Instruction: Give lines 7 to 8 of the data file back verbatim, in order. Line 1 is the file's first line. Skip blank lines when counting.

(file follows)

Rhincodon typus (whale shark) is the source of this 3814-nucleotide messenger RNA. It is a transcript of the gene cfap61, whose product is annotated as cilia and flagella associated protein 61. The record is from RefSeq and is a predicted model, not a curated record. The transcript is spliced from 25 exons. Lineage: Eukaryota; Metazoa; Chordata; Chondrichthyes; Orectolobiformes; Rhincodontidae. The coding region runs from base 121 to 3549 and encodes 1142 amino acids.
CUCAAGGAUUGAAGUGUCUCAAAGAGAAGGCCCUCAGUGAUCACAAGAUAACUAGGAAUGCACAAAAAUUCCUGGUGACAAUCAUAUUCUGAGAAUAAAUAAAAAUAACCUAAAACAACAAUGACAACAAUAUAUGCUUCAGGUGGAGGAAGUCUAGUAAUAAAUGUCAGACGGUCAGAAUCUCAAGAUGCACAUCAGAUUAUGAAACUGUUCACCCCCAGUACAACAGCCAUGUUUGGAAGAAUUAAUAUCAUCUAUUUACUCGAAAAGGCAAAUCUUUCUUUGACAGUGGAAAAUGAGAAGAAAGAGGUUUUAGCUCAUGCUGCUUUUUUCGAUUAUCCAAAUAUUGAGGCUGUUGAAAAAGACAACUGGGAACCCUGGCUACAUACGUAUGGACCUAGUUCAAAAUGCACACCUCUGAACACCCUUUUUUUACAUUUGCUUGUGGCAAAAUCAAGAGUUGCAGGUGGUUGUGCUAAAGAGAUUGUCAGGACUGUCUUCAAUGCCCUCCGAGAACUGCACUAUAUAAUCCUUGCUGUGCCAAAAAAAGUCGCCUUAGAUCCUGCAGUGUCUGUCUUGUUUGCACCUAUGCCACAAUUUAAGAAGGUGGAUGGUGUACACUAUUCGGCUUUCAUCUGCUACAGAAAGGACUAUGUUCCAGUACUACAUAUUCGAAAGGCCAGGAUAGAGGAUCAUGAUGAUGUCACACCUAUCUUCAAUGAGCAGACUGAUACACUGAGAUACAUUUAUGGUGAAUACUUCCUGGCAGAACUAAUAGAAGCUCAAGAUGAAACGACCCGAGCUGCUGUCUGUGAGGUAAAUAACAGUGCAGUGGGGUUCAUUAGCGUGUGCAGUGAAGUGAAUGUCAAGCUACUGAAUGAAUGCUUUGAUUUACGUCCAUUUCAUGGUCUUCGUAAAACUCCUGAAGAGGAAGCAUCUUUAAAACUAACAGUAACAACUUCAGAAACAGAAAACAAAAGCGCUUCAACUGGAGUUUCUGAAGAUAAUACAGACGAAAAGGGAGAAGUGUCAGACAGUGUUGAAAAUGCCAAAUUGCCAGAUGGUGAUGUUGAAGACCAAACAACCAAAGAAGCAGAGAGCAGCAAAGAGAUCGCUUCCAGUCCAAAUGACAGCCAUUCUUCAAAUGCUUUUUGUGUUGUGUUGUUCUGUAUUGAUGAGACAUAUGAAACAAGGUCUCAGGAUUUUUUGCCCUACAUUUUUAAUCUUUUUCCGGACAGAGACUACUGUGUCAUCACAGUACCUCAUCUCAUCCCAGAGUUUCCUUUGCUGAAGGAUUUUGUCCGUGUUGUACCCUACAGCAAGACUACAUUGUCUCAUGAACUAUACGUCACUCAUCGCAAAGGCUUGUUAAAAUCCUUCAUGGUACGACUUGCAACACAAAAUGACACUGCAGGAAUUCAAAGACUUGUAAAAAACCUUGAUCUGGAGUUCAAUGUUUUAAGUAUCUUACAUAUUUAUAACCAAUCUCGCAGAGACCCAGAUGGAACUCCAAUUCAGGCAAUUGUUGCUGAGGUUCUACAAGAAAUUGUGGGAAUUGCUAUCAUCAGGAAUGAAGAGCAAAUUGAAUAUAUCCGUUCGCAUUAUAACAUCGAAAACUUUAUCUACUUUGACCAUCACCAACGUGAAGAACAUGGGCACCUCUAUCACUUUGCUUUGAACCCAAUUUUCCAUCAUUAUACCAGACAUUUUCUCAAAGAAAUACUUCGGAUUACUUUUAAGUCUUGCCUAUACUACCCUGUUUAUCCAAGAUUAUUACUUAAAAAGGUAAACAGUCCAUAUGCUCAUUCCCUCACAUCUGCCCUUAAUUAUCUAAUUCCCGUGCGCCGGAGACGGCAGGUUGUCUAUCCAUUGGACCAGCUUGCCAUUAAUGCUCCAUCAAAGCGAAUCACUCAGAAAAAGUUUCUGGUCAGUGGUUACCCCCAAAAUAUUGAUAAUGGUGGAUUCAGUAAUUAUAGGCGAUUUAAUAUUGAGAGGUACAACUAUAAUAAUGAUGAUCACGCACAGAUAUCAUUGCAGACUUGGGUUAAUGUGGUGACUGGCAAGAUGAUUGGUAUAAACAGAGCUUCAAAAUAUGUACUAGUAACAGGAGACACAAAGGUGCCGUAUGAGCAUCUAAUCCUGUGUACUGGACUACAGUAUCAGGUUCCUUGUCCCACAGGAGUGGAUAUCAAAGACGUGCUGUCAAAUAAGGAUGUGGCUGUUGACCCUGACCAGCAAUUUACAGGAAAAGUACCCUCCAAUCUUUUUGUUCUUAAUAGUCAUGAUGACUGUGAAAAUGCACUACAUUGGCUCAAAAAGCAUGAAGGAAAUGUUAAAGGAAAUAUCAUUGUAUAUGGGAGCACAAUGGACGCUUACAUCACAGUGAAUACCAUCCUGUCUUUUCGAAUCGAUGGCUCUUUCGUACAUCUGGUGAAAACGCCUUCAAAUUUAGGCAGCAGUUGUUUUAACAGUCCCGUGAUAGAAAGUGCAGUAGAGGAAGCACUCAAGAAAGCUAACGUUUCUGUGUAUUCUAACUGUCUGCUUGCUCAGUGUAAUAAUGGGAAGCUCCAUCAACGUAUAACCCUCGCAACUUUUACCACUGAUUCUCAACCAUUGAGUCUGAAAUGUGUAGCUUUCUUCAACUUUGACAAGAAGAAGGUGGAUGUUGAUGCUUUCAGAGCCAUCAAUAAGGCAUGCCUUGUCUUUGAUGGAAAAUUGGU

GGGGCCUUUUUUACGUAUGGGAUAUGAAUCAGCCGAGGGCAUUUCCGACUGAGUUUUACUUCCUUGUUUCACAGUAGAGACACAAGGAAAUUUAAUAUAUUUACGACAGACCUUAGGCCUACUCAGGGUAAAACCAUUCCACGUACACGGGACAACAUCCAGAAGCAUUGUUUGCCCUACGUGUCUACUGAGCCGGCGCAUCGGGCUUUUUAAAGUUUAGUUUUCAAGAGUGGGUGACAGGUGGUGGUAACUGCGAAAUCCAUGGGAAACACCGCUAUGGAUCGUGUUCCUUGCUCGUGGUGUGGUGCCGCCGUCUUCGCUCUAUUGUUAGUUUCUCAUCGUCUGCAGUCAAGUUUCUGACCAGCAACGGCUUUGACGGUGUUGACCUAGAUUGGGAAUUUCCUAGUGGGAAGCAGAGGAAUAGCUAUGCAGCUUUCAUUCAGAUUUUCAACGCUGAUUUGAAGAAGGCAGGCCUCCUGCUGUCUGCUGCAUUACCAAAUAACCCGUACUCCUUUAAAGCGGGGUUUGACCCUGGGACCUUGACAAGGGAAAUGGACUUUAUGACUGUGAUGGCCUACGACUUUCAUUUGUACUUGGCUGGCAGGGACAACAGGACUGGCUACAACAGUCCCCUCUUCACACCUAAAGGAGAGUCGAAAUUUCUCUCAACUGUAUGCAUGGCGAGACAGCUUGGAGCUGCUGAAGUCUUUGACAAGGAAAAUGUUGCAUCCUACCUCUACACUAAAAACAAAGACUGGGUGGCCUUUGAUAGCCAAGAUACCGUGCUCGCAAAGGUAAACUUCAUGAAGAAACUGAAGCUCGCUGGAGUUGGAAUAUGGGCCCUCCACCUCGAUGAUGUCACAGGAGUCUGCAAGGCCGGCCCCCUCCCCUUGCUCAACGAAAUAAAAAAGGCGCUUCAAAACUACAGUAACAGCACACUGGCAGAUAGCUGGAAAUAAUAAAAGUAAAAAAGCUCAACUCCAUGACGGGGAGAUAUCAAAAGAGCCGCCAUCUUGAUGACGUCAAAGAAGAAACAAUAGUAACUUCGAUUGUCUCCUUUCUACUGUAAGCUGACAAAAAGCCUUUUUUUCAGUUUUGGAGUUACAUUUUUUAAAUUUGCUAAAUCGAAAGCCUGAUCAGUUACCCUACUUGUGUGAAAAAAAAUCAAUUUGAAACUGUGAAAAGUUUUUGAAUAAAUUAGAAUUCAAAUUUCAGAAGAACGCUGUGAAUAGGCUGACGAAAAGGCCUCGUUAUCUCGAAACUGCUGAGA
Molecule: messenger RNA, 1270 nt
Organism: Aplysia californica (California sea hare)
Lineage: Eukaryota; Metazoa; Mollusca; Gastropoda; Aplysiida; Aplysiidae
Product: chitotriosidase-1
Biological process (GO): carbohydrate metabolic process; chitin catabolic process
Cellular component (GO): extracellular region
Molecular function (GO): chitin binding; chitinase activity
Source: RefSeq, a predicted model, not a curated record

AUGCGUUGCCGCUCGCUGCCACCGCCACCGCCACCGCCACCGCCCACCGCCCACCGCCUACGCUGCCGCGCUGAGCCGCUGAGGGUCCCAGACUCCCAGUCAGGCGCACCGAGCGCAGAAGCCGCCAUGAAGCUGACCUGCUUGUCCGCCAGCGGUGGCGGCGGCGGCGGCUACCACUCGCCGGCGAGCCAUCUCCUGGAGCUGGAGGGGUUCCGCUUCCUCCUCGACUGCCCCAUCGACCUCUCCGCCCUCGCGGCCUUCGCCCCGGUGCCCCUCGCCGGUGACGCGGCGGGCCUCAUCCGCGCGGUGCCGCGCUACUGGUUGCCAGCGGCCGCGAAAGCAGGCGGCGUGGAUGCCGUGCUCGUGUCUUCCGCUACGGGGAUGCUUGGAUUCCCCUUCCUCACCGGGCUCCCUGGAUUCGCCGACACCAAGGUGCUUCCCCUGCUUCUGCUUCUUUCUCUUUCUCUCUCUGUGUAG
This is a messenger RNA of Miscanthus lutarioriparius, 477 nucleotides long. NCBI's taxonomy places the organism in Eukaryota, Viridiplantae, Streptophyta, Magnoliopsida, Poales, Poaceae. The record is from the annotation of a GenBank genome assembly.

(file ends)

Product: chitotriosidase-1
Biological process (GO): carbohydrate metabolic process; chitin catabolic process